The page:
Approaching Academic Writing in ESL Classrooms

Owen G. Mordaunt, Mireille Demian, Matthew McGuire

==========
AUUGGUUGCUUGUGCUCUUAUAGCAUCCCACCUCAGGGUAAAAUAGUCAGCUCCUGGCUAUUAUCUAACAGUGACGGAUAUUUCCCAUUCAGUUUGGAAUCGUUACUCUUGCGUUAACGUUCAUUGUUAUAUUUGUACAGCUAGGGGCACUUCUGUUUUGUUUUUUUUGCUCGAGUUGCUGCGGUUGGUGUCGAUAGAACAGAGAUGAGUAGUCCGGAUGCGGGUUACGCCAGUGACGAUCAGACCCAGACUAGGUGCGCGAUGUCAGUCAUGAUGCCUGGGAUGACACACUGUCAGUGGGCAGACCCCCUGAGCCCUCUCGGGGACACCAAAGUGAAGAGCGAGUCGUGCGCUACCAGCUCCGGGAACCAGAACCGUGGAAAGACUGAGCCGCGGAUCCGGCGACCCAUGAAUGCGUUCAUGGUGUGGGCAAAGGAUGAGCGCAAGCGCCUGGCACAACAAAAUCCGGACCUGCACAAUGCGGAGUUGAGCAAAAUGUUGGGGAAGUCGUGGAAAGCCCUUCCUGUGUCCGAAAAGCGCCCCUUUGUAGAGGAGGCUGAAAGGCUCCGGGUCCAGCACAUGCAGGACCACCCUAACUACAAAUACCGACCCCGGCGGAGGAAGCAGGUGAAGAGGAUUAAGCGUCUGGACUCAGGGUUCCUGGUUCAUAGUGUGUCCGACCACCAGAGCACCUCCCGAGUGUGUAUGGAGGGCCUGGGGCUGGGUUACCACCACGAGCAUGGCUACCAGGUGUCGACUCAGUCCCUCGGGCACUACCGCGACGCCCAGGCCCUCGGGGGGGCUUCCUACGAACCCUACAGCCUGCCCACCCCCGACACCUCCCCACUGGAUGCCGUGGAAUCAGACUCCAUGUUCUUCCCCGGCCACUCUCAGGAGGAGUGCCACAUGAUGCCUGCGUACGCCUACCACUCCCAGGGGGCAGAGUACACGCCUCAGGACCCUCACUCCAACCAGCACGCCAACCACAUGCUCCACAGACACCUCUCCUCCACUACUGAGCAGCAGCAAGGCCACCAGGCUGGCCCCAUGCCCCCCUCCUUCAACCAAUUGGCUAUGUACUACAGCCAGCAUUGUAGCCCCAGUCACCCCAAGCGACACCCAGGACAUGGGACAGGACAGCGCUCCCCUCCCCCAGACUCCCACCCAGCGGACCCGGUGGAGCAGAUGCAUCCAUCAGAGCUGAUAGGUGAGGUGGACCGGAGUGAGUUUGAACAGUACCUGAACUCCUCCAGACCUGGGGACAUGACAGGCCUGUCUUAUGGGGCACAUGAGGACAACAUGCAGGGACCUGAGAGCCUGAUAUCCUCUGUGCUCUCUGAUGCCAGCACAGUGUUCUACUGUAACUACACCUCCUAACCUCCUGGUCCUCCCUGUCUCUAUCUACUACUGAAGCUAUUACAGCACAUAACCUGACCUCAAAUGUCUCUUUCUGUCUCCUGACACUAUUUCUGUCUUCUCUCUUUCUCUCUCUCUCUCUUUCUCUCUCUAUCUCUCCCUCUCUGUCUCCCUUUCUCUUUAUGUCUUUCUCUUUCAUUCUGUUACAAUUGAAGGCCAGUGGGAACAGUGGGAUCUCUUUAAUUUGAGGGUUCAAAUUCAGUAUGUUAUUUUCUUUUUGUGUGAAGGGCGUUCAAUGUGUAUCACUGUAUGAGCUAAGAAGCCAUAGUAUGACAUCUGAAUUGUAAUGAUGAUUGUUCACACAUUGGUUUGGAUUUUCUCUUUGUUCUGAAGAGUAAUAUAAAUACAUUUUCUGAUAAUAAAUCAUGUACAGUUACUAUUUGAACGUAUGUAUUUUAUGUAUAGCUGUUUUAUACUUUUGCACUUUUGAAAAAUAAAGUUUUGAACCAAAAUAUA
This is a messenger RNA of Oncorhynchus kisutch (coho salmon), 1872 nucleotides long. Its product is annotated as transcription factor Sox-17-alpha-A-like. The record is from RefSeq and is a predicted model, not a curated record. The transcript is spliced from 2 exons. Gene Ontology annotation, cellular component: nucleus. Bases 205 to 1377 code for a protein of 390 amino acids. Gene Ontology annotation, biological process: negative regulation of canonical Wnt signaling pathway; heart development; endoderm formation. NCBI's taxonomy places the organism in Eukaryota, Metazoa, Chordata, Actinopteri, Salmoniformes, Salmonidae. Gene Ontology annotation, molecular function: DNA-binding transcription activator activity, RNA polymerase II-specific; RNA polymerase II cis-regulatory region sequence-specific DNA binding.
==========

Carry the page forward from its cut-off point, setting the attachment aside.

English as a Second Language (ESL) and English as a Foreign Language (EFL) students find themselves at disadvantage when enrolled in writing classes, generally known as Com I, Com II, and even Advanced Comp. these classes are required students who do not test out of them. ESL and EFL students generally struggle in writing classes due to different proficiency levels and native tongue influence, even if they were taught formal English grammar, language drills and exposed to grammar translation pedagogy. Knowing grammar does not automatically translate into writing ability. This is also due to communicating in diverse language backgrounds. In general, in academic writing classes, students are dependent on the instructor and his/her perceptions on what constitutes academic writing, for the role of the instructor rests on preparing such students to write at levels required by their prospective major fields of study. The instructor, becomes the targeted audience, so students are writing for the instructor. This is, therefore, not grounded in the students’ emotional needs. Students should be writing freely and in their own voice, so teachers should yield some of the control they exercise over student writing. Composition students prove to be successful when they are given their own space in guided free writing. Another issue involves assigned topics that do not relate to students’ backgrounds and experiences. In general, the Composition/Writing classroom, which in many cases is multicultural, presents a challenge to both students and instructors. However, instructors should endeavor to cater to ESL/EFL student needs by giving up some of their control and allow for freewriting accompanied by student voice. Writing topics assigned, even though challenging, should be those students can handle, be interested in, and even relevant their respective cultures backgrounds.